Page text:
Title: U.S., LatAm & Canada Technical Manager
Company: CNet Training
Education: University Texas El Paso, New York University
Professional Credentials/Accreditations: CDCAP, CDCDP, CDCEP, CDCMP, CDCSP, ATS
Organizational Affiliations: 7x24 Exchange Intl., Telecommunication Industry Association (TIA)
Achievements/Awards: Mission Critical 2021 and 2022 Top 25 Women in Technology — truly an honor, Woman in Telecommunications 2021, 2022
What led you to a career in technology?
I got here by accident. I started in Finance with E.F. Hutton in Texas, moved to New York City, and, through coincidence or sheer dumb luck, I wound up working for AT&T Information Systems at Two World Trade Center on the 72nd Floor as a customer representative for the Wall Street Brokerage Firms. That was the start of an amazing journey to where I am today.
What motivates you to go above and beyond in your current position?
Loving what I do. I’m amazed at technological advancements and the possibilities of an improved, sustainable future.
What role does sustainability play in your life both personally and professionally?
It’s absolutely a huge part of my life — living a sustainable lifestyle; minimizing consumption; reducing waste; and reusing, repurposing, and recycling where ever possible.
What is the most fascinating lesson you have learned while working with technology?
No one knows everything, and there is always something new to learn.
What is unique about you personally?
I danced flamenco for 10 years (semi-professional).
“Technology touches every life, so every life must be represented as technologies evolve.”
What is unique about you professionally?
I don’t know if this is personal or professional, but I was the one of the first women selected for New York University’s Construction Management Program.
What is your most admirable quality?
I'm an optimist.
Why is diversity, equality, and inclusion necessary for this industry?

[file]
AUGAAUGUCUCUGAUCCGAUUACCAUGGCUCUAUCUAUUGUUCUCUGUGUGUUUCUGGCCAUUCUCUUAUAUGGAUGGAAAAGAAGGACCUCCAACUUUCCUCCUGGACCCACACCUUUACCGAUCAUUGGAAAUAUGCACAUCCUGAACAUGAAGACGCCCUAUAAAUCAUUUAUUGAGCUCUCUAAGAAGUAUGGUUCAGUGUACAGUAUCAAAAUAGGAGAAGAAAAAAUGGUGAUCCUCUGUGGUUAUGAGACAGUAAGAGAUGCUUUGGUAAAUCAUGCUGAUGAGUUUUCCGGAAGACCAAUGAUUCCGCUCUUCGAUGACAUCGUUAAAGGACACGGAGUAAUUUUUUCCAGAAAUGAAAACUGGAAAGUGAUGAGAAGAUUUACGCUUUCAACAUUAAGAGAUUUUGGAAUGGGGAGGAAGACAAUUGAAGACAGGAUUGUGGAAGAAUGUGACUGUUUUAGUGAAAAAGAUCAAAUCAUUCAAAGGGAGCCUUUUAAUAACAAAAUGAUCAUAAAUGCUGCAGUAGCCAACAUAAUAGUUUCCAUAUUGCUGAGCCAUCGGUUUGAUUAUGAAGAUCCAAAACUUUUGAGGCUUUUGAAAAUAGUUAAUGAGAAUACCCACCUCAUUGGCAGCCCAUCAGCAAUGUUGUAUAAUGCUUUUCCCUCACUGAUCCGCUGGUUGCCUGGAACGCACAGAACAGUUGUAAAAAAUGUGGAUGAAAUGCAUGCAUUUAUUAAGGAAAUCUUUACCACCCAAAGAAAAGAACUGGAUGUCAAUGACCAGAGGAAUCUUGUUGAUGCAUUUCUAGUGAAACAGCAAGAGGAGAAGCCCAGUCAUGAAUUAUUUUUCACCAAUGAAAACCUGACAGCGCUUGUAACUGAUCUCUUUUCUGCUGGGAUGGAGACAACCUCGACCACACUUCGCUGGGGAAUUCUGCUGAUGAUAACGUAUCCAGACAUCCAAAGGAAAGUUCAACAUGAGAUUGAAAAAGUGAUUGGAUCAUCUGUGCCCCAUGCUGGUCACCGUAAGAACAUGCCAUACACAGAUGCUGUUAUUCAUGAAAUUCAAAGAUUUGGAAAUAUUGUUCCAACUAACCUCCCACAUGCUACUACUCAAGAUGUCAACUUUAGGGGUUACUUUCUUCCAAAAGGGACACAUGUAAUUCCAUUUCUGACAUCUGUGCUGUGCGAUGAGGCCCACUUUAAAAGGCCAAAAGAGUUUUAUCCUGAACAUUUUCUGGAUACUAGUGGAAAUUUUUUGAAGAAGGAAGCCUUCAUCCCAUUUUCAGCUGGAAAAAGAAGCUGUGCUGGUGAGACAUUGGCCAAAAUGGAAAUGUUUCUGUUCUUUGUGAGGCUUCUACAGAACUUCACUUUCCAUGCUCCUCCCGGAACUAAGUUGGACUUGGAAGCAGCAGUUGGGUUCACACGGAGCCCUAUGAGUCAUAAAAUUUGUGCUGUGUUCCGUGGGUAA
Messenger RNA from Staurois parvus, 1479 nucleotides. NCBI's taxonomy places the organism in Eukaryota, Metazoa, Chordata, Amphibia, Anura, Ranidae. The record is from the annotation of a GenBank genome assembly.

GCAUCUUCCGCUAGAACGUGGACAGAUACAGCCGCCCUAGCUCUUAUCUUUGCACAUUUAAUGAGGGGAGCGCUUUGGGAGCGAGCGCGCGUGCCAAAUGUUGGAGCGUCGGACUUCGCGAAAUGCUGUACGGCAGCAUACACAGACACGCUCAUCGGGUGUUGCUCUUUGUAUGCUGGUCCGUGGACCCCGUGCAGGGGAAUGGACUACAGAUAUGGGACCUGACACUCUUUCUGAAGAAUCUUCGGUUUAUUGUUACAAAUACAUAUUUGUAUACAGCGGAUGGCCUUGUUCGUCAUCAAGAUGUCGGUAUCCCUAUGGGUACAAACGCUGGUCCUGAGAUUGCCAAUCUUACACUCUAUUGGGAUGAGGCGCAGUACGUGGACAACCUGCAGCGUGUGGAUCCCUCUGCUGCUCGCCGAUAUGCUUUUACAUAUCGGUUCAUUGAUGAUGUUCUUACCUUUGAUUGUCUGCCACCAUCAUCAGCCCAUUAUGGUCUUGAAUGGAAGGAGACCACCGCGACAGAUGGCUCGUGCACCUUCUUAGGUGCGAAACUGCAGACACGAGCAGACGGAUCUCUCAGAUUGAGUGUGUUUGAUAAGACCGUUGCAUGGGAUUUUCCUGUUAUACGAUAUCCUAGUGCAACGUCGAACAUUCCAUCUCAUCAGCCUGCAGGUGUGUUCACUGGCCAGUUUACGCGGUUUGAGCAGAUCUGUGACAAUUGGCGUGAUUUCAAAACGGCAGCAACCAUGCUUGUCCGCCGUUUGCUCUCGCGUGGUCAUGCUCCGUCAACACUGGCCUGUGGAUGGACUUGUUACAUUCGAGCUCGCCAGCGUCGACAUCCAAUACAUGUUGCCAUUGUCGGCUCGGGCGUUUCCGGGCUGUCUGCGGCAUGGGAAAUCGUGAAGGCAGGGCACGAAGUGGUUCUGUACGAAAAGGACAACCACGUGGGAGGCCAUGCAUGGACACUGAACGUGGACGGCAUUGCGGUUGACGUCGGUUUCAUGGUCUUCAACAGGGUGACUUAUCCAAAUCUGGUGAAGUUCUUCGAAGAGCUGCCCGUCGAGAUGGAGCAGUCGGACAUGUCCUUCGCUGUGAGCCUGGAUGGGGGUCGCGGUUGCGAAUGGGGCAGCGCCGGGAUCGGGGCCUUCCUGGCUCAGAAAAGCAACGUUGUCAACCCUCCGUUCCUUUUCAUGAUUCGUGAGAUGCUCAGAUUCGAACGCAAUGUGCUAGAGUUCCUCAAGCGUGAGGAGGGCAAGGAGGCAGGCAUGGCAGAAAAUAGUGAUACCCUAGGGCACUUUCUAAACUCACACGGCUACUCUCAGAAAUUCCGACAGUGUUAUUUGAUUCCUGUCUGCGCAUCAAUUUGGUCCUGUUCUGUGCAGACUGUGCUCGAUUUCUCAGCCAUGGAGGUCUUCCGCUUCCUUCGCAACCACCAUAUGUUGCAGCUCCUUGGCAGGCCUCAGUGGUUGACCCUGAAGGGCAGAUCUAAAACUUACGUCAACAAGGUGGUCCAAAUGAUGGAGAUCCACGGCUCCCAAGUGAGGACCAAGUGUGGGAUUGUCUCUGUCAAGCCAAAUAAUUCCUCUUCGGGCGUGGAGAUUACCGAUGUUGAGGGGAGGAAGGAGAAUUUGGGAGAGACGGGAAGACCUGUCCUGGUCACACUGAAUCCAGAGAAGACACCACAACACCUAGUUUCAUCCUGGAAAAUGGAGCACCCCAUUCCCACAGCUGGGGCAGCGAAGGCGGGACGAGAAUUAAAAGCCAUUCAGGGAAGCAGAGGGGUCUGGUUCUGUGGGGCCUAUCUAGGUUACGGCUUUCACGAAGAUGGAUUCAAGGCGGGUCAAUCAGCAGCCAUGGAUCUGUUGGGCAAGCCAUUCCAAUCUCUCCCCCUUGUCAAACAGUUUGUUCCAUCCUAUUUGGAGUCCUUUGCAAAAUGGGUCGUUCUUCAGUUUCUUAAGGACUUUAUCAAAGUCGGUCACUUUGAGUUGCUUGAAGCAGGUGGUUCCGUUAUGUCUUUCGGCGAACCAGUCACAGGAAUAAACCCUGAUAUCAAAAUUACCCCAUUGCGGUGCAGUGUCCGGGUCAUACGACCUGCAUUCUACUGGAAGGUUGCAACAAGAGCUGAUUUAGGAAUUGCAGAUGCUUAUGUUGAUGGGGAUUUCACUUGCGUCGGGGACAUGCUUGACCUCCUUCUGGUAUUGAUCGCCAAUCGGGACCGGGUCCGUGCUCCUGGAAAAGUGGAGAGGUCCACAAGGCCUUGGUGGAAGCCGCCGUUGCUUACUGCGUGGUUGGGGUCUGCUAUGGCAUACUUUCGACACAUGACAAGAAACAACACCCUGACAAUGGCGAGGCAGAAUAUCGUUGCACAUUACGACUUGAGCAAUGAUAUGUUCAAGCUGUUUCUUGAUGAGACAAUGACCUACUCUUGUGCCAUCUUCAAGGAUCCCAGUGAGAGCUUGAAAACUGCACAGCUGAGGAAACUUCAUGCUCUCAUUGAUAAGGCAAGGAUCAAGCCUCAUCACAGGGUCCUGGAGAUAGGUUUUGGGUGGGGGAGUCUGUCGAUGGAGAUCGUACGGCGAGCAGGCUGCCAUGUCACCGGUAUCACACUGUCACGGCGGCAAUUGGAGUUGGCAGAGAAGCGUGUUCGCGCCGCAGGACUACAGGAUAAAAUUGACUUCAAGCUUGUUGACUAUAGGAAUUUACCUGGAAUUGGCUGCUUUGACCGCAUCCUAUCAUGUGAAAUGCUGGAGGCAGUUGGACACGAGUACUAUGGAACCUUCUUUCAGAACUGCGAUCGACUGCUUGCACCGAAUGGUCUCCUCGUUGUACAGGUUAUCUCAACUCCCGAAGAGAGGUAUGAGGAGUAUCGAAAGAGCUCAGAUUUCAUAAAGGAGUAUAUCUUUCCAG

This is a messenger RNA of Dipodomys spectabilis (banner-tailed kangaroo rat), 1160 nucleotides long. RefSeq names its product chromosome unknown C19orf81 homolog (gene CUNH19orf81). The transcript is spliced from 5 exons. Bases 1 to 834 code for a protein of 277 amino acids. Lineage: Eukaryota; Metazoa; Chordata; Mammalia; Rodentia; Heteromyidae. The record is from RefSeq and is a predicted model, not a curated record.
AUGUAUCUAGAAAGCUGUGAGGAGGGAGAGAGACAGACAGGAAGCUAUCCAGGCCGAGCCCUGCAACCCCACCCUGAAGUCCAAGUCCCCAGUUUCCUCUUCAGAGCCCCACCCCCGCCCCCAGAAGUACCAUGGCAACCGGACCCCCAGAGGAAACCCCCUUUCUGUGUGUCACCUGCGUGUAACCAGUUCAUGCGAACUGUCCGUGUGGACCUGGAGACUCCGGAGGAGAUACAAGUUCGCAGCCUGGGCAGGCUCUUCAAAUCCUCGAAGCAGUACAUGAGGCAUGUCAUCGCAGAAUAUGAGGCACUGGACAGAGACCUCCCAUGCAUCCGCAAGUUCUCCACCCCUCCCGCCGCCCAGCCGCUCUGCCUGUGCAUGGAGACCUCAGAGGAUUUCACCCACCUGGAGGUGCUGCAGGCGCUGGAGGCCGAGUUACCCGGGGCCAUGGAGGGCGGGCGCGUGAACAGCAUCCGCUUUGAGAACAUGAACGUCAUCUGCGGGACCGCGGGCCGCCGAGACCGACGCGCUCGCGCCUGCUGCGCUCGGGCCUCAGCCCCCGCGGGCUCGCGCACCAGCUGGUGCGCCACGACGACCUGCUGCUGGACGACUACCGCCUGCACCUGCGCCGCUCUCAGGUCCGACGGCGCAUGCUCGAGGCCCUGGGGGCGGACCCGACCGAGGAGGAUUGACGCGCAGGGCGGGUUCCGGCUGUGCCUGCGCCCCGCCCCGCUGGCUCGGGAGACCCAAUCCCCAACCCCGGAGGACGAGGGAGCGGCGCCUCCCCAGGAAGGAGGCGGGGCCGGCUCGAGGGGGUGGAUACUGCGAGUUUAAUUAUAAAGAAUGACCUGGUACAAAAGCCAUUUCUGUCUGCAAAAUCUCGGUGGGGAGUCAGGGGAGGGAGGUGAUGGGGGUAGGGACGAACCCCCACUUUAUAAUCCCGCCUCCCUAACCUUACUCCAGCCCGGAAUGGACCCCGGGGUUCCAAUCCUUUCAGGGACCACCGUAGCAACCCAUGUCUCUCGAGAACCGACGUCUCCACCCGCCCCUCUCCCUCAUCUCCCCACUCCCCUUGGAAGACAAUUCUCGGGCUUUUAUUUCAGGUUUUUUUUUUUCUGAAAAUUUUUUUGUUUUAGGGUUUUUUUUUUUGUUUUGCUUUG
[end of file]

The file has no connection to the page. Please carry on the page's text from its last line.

It takes so many professionals to make any industry viable, successful, and relevant. Technology touches every life, so every life must be represented as technologies evolve.
What aspect of the industry has the most potential for growth, and how can we accelerate that?
Liquid cooling technologies — and appreciating that the IT equipment does not need the same environment we need. As higher densities result in higher heat output, the time is now to embrace the fact that conventional air-cooled architectures are no longer sustainable in the higher densities. Closed-coupling of cooling architectures and bringing it onboard is where we can get to sooner than later.
Where does the industry need the most improvement, and what can we learn from the current shortcomings?
Recruitment. Popularizing the industry to the future stewards of the critical data of tomorrow. The high pressure, mission critical environment, where human error can cost millions of dollars, not to mention reputational damage to the organization and your job, all for a mistake … good luck selling that job to the youth of tomorrow.
When you imagine the future technology, what does it look like?
Great question! Lets, see … the Dick Tracy watch phone exists, so check. The Jetson video phone exists, so another check there. Robots exist for various tasks (Boston Robotics), so check there too. Automation was forced forward with COVID and reduced manpower, so buildings go unmanned and building automation takes over minimal human intervention, so we’re good there, with artificial intelligence and machine learning. But … what I really hope to see is technology improving the quality of life above and below water. Our technology development effort should be focused on the ability to provide a sustainable life for future generations.
What advice do you have for women and other minorities who are currently working in the industry but don’t necessarily feel like they belong?
Everyone needs to be truthful with themselves about what their passions and weaknesses are as well as what they will tolerate and what they won’t. Set your boundaries, but know that experience, which is an asset, does not come easy often. Stick with it. Don’t give up.
What advice do you have for young girls who may be interested in a future career in technology?
Technology is an essential aspect of life and needs professional people from all areas of expertise to make the industry viable, relevant, and effective. Young women are embracing technology is so many ways, but, from a career perspective, this industry needs the perspective of women — the competitive edge will be how technologically savvy a candidate is. Thinking outside of the box to find new uses for software and services will know no bounds and provide endless opportunities.good there, with artificial intelligence and machine learning. But … what I really hope to see is technology improving the quality of life above and below water. Our technology development effort should be focused on the ability to provide a sustainable life for future generations.